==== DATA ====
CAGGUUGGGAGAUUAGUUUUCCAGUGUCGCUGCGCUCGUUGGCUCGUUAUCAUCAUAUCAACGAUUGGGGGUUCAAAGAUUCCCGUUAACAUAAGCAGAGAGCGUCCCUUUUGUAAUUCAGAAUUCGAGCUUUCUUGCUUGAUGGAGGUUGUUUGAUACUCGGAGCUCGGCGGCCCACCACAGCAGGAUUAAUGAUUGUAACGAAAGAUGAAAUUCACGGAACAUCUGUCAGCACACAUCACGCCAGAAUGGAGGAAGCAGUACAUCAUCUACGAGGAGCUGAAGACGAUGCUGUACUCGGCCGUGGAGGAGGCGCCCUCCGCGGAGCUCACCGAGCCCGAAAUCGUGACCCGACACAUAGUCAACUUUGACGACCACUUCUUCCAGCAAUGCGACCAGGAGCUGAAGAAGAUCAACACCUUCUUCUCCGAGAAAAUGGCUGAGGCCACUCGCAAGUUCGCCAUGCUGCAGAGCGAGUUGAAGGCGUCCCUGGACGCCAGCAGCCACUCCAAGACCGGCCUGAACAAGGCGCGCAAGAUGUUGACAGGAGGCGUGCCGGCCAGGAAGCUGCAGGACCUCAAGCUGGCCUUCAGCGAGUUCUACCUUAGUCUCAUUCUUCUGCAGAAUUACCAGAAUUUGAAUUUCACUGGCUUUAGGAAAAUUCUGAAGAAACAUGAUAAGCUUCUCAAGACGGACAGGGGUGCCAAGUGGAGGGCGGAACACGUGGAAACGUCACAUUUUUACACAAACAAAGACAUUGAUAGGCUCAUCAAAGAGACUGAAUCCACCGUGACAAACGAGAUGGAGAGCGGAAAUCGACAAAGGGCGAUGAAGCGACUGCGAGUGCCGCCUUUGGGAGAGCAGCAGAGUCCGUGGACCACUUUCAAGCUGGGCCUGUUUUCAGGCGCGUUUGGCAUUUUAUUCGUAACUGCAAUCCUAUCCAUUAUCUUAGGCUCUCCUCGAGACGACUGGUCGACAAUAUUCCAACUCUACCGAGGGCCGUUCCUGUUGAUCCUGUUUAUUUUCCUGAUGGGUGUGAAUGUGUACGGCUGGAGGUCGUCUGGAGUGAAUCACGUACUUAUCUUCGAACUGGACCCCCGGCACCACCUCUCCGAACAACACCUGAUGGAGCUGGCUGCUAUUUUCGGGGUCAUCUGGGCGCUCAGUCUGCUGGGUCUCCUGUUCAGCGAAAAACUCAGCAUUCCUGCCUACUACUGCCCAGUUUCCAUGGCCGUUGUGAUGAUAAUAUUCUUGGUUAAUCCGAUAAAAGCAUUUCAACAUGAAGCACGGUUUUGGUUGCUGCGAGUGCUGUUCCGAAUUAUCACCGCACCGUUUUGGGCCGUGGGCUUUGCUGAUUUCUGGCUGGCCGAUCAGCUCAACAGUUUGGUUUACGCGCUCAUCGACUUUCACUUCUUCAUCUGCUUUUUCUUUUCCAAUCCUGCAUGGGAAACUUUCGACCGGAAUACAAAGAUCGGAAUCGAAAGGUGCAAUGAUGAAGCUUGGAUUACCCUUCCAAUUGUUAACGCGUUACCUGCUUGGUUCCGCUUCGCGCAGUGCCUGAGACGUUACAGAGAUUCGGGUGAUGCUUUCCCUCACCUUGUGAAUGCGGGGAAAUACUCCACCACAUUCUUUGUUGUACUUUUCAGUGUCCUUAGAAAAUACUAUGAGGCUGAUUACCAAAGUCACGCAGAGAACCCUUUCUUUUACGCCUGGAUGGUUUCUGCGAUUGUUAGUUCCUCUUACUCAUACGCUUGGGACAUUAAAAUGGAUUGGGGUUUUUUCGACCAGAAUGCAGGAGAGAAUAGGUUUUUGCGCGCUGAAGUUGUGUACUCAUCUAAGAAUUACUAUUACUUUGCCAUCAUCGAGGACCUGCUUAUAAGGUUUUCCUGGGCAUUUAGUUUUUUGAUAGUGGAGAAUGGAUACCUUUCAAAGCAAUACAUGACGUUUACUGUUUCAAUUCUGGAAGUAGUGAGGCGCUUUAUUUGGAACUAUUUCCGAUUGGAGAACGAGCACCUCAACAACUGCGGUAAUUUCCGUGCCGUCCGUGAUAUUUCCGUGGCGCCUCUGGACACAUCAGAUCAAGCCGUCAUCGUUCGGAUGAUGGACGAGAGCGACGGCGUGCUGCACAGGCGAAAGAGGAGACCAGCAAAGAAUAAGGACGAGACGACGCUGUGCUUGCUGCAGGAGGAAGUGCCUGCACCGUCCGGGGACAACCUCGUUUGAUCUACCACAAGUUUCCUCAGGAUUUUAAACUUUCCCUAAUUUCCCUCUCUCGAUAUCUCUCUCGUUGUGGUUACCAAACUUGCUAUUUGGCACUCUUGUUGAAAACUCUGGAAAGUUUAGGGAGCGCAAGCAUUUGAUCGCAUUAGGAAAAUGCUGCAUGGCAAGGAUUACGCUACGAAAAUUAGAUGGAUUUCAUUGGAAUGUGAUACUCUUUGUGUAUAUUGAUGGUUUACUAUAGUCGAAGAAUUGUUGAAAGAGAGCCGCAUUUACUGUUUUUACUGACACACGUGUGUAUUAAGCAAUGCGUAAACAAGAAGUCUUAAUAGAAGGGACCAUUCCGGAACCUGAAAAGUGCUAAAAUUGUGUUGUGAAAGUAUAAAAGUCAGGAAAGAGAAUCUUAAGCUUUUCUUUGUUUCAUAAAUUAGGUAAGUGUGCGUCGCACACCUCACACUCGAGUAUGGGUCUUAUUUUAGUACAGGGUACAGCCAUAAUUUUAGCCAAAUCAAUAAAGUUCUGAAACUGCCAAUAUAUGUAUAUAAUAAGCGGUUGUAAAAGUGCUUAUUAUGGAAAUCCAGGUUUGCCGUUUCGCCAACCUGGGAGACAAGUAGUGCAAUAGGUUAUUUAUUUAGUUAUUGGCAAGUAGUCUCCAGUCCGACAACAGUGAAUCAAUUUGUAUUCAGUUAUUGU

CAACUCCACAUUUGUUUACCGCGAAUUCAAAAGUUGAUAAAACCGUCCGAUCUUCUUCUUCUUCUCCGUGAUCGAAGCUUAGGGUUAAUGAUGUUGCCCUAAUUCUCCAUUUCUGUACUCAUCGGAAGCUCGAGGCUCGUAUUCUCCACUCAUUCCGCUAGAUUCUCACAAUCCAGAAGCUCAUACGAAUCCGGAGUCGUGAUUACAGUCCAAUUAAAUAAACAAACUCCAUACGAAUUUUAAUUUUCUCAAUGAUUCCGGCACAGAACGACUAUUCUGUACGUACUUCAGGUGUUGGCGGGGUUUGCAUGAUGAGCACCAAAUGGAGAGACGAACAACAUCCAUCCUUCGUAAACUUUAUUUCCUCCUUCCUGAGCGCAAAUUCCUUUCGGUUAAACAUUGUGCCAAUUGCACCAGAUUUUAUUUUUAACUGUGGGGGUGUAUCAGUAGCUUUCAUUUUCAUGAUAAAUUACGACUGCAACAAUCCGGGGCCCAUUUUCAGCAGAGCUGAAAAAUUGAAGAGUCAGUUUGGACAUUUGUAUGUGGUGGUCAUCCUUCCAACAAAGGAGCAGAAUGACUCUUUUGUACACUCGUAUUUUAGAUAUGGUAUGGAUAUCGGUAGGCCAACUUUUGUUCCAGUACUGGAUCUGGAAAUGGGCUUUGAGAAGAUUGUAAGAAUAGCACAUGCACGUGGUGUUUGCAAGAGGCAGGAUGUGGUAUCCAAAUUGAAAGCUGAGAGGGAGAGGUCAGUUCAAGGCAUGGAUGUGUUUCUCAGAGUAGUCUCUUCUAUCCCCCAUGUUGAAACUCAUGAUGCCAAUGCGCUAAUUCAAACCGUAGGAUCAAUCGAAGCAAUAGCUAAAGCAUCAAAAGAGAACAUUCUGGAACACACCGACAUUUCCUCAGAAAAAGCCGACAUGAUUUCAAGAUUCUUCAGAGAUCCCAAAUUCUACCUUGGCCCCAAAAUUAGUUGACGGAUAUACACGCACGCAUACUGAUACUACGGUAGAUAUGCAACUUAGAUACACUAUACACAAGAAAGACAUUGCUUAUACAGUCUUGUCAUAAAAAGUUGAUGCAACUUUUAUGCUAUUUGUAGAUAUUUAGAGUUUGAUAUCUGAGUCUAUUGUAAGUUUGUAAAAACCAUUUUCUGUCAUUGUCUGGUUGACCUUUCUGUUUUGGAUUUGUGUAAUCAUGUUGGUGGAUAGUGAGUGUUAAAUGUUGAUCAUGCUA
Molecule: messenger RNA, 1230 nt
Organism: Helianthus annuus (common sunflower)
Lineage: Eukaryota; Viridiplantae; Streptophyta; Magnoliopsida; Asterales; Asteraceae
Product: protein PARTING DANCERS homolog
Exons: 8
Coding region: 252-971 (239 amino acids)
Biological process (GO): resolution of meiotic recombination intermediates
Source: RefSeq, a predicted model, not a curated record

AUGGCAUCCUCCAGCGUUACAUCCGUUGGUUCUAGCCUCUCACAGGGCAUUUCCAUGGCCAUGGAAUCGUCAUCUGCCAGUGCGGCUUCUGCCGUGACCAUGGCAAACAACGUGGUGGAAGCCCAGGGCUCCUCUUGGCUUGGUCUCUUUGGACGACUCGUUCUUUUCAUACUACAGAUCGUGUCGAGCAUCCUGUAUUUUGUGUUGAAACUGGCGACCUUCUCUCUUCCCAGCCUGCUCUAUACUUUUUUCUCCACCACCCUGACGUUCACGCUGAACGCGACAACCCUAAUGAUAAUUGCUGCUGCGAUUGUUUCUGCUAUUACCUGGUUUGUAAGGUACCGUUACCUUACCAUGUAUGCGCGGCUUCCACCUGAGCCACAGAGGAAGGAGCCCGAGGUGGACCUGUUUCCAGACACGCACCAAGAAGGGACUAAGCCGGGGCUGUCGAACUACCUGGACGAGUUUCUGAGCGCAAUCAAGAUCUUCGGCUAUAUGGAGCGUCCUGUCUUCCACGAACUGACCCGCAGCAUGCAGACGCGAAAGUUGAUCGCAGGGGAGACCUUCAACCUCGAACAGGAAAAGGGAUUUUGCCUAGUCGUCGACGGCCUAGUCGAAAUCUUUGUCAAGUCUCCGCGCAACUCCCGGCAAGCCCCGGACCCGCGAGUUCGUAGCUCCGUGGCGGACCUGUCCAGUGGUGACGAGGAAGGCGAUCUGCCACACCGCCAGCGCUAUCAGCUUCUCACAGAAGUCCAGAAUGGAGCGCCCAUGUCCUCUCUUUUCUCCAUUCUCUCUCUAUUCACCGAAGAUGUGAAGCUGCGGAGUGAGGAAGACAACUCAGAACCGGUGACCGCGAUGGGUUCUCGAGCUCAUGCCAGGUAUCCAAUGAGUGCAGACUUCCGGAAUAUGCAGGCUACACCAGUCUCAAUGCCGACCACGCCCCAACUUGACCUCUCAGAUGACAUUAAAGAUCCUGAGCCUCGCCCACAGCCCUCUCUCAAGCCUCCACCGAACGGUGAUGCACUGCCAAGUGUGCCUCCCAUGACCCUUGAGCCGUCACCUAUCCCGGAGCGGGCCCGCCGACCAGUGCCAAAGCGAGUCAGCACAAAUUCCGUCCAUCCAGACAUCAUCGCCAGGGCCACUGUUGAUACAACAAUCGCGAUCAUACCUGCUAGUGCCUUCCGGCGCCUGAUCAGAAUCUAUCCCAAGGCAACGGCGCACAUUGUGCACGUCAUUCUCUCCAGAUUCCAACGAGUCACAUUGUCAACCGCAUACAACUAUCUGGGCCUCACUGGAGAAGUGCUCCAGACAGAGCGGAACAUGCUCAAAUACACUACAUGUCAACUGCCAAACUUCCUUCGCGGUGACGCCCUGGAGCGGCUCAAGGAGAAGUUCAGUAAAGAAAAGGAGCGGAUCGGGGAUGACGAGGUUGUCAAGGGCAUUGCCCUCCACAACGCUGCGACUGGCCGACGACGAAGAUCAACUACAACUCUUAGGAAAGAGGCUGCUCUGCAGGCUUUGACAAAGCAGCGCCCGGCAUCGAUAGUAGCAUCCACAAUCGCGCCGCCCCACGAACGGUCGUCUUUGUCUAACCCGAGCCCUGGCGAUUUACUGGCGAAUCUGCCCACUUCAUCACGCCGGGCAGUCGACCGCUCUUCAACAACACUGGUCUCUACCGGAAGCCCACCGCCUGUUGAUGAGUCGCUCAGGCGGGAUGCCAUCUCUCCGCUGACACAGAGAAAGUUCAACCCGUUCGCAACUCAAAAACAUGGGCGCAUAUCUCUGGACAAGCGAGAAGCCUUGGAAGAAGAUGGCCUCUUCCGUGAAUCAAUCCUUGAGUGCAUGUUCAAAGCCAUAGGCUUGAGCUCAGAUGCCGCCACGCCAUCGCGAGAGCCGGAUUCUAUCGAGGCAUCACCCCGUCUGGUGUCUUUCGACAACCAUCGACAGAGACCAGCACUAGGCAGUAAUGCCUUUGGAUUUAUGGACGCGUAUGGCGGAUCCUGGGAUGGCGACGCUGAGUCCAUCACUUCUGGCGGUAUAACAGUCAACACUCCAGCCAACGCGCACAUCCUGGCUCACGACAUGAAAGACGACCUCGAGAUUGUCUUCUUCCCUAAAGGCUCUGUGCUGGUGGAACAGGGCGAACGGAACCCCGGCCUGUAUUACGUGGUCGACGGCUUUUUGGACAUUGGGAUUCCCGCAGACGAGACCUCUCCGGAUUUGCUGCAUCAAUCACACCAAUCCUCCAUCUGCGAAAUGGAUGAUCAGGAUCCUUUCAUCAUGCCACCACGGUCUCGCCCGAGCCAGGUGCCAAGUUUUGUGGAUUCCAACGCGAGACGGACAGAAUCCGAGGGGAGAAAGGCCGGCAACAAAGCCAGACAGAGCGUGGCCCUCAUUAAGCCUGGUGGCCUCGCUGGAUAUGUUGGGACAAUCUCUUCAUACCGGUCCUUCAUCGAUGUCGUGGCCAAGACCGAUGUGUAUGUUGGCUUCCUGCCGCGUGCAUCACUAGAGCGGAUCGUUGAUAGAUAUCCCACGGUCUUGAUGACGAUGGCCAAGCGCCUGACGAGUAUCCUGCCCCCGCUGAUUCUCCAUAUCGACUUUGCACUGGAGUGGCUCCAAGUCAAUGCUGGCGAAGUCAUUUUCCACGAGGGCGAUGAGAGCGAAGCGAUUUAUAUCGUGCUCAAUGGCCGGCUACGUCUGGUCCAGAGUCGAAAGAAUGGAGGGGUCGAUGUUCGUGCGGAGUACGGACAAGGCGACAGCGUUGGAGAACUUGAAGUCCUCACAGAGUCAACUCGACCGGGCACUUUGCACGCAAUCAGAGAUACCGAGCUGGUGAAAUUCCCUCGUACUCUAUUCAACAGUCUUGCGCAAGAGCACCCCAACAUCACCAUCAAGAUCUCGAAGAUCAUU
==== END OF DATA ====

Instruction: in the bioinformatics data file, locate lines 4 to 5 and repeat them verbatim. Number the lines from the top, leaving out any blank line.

Organism: Helianthus annuus (common sunflower)
Lineage: Eukaryota; Viridiplantae; Streptophyta; Magnoliopsida; Asterales; Asteraceae